17. In the case of Scientology, it might be the very same gene
  18. none given Member

    If they do exist it they would be some tendency or specific behavior that only results in "crime" or "faith" in specific circumstances. Just like babies babbling only results in language if parents or others lead it that way.
  19. Anonymous Member

    So if the authors didn't make an effort to specify a religious gene or at least specify some deterministic mechanism leading from genetic expression to religious behavior, then how did this even get published? Because at that point you're basically saying that genes specific to populations with high birth rates will be more prevalent overall in the population. It's like publishing a paper claiming that the sky is blue.
  20. Anonymous Member

    I suppose that if a gene complex for religion were ever actually discovered, their result would in fact be meaningful.
  21. I'm more than a bit uncomfortable with looking for genes that do not code for diseases, like Huntington's, Cri du chat, Marfan syndrome, Niemann-Pick disease, and achondroplasia. As for the child who had built religious beliefs around Santa Claus, I wouldn't be surprised if this were analogous to children having imaginary friends. After all, Jesus is an imaginary friend to hundreds of millions of adults around the world.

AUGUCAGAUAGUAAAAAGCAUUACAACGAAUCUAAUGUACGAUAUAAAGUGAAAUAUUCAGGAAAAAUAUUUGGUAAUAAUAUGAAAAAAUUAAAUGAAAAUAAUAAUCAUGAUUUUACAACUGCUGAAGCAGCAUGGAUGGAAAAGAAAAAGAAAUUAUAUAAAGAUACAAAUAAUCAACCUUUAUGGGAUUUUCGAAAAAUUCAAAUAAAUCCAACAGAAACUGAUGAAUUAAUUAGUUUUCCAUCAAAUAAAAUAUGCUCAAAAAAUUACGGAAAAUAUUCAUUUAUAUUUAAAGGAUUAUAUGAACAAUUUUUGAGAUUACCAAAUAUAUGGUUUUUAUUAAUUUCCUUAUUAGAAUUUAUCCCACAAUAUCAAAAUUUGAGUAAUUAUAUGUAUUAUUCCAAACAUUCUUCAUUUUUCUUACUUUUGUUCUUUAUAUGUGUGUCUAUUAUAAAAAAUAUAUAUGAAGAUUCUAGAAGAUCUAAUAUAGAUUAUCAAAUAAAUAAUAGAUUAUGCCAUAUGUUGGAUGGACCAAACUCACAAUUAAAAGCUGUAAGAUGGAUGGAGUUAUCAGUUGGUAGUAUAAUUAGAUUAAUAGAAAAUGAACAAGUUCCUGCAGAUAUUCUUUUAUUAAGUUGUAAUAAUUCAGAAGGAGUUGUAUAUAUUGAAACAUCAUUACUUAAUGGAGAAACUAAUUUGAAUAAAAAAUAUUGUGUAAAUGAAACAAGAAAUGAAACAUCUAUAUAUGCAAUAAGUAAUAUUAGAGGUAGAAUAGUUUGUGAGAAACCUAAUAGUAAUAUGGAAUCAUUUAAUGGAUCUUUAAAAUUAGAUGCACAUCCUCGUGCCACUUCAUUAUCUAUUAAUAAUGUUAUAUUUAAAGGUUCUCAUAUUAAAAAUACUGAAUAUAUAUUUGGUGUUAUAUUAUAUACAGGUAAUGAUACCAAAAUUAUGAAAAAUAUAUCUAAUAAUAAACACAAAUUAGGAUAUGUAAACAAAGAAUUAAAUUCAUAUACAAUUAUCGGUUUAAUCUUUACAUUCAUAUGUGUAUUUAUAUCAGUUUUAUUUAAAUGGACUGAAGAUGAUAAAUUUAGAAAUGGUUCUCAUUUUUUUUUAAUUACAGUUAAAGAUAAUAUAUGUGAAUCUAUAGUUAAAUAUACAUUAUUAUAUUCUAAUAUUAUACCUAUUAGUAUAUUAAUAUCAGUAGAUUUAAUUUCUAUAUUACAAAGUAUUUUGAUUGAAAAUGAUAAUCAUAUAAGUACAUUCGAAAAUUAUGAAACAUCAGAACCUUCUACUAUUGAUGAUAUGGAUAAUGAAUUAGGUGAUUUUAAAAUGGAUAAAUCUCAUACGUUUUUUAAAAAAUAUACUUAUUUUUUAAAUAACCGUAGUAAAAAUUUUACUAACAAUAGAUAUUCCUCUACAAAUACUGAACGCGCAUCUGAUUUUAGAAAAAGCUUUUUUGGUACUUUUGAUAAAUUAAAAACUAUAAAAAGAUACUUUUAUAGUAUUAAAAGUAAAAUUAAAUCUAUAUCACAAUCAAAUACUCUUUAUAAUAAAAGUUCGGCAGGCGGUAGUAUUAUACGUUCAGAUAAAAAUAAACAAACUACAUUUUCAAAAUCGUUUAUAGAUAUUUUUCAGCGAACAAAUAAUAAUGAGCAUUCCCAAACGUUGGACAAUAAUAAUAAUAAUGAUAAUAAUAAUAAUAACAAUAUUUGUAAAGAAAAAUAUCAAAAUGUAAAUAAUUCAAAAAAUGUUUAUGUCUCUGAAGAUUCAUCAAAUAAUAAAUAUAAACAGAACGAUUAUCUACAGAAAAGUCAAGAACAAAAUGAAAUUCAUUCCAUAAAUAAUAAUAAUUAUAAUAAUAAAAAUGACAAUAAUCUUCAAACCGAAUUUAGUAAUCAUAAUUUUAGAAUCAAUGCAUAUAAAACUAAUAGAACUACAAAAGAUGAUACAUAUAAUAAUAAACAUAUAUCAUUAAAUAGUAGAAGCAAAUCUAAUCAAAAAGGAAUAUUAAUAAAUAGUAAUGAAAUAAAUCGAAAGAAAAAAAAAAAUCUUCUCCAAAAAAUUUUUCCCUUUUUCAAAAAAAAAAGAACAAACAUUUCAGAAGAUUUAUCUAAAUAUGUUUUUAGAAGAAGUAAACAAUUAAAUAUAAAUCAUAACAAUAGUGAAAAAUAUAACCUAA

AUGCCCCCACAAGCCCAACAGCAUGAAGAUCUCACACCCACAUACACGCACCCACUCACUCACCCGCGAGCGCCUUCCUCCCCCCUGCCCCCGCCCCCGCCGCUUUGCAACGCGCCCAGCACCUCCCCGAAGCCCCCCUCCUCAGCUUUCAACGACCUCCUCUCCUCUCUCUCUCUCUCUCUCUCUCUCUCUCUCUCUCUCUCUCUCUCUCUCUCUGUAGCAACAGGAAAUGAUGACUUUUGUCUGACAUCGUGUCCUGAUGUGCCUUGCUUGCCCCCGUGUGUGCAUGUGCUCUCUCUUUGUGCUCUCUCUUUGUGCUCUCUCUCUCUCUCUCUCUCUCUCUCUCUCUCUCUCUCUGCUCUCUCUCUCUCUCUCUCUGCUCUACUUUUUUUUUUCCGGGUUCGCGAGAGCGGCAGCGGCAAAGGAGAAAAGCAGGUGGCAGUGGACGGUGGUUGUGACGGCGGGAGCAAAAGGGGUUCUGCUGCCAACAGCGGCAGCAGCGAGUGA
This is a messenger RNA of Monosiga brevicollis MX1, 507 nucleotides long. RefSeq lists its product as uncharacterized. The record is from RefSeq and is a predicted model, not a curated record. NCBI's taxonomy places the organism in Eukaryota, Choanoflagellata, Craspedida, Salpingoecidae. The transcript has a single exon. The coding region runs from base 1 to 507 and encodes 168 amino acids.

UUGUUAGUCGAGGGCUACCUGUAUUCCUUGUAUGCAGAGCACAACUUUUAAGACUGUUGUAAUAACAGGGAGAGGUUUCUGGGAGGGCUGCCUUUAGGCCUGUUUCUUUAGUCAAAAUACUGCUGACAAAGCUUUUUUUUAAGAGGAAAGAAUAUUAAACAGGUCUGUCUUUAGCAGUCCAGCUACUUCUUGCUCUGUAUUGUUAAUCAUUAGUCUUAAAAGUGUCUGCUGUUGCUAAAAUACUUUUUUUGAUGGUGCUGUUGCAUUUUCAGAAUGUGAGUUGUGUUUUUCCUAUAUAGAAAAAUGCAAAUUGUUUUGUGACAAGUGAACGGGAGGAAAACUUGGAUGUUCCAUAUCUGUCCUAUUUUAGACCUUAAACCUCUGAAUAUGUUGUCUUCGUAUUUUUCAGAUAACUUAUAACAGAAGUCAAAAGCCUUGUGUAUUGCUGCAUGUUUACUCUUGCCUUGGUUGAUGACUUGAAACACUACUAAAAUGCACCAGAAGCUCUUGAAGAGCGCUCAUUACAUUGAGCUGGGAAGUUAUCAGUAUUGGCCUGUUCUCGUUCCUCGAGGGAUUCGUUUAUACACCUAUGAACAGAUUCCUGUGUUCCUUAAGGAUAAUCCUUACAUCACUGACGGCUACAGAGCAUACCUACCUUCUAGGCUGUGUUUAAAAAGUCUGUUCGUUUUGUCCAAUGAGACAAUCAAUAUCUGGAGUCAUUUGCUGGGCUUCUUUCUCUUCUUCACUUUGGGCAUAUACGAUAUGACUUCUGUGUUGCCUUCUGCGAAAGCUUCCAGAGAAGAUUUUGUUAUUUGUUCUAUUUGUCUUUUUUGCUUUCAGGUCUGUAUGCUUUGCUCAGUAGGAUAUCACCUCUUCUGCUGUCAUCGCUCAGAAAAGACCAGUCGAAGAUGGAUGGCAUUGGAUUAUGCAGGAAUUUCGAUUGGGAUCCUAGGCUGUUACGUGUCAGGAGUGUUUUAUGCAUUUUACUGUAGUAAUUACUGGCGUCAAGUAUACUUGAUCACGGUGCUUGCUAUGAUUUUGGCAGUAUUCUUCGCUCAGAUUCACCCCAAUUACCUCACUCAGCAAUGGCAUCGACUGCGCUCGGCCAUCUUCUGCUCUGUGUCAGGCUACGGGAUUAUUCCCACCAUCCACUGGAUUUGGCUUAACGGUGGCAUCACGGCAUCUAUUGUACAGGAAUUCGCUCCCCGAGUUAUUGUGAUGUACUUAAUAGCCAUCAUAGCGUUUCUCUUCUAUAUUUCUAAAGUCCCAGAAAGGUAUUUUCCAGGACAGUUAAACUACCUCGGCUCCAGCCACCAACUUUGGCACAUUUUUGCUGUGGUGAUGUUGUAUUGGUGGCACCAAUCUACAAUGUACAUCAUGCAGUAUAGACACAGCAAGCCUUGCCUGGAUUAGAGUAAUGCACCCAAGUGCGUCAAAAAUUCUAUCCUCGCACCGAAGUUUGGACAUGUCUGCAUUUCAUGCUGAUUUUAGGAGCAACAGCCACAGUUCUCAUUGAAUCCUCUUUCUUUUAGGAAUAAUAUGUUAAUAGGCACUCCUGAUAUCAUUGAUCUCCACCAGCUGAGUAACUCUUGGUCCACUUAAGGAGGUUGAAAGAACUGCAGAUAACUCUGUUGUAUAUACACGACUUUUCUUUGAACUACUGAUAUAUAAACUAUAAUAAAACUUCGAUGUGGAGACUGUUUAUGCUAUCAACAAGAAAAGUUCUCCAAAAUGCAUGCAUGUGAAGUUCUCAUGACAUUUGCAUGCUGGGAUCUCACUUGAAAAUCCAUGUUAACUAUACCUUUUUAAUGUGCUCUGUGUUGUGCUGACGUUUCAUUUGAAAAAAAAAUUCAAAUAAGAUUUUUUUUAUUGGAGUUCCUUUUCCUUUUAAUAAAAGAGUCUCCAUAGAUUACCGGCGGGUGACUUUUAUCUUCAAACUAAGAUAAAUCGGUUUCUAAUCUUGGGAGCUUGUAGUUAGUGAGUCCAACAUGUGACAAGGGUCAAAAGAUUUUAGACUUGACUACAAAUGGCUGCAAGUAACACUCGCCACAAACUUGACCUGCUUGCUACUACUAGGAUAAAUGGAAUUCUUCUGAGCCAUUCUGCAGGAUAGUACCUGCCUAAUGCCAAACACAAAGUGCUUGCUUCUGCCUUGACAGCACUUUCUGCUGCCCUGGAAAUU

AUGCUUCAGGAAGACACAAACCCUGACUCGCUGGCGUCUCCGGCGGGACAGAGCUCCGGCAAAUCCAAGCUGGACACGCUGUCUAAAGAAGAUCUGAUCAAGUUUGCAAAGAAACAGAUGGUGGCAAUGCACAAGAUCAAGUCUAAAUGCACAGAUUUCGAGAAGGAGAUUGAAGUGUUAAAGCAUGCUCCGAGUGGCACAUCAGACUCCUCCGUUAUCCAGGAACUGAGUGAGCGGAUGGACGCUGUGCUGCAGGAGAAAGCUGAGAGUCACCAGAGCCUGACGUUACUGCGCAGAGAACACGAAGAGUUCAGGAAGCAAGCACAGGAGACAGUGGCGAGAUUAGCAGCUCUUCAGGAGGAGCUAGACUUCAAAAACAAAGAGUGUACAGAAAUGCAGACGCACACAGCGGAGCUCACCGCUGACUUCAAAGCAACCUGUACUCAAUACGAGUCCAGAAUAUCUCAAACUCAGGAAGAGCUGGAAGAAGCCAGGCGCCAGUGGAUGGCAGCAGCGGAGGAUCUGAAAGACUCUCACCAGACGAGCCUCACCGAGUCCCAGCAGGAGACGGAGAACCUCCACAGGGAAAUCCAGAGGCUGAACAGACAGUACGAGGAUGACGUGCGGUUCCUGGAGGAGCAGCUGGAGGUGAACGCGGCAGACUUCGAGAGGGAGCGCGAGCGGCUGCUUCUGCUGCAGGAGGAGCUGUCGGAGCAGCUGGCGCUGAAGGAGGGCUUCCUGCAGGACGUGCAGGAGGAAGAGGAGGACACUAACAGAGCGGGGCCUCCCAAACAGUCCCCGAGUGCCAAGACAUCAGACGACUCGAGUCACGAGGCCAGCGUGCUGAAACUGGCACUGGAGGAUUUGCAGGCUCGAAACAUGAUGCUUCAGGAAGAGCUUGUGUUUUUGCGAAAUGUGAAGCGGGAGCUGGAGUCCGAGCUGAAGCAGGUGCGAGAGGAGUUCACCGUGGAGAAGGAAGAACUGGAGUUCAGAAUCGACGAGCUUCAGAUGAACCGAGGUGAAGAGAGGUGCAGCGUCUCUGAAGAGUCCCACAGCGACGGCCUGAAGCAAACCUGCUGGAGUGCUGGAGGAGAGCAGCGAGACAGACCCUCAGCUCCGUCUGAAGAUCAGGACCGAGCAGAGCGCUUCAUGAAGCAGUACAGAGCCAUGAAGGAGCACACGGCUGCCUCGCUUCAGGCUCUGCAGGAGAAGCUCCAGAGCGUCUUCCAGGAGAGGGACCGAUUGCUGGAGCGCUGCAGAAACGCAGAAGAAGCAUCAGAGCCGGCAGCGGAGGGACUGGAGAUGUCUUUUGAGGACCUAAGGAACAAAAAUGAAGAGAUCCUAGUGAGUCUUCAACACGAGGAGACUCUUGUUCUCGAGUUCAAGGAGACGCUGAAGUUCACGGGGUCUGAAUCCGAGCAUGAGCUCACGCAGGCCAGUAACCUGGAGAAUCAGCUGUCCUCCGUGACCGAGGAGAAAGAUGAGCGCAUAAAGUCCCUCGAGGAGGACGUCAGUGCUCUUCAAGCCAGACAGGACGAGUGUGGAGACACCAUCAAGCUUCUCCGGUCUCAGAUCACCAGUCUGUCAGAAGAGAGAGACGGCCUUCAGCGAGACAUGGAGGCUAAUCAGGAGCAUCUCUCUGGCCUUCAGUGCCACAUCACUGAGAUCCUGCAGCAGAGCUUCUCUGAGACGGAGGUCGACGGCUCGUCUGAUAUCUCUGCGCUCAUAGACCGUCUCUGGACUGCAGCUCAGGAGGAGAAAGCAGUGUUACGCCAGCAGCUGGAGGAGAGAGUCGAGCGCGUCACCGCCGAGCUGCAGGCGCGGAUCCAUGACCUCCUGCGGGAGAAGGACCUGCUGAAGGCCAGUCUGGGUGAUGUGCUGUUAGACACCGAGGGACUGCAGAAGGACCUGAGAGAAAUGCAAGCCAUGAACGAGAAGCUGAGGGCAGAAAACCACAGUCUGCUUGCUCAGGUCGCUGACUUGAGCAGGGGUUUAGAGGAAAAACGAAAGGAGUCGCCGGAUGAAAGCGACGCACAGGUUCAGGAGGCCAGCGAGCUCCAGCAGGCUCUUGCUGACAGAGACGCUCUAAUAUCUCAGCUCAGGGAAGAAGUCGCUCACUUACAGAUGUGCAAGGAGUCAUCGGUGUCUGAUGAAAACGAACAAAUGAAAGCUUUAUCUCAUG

22. none given Member

    Good point. In fact that child also had a few imaginary friends including a pot bellied pig.
  23. im leaning towards taking meds!
  24. Anonymous Member

    Isn't it cool when someone accepts or rejects a hypothesis by extrapolating their own interpretation of their own personal experience to be that of all normal, i.e., right-thinking, members of the human race? That is so helpful.
    • Like Like x 1
  25. Anonymous Member

    It would really make no difference, since fundamentally religious and political beliefs are the same exact thing.
    • Like Like x 1
  26. Anonymous Member

    Stupid people have more kids. Duh.
    • Winner Winner x 1
  27. This thread needs moar traps and raep.
  28. Anonymous Member

    "A man compounded of law and gospel is able to cheat a whole country
    with his religion and destroy them under color of law."

    Benjamin Franklin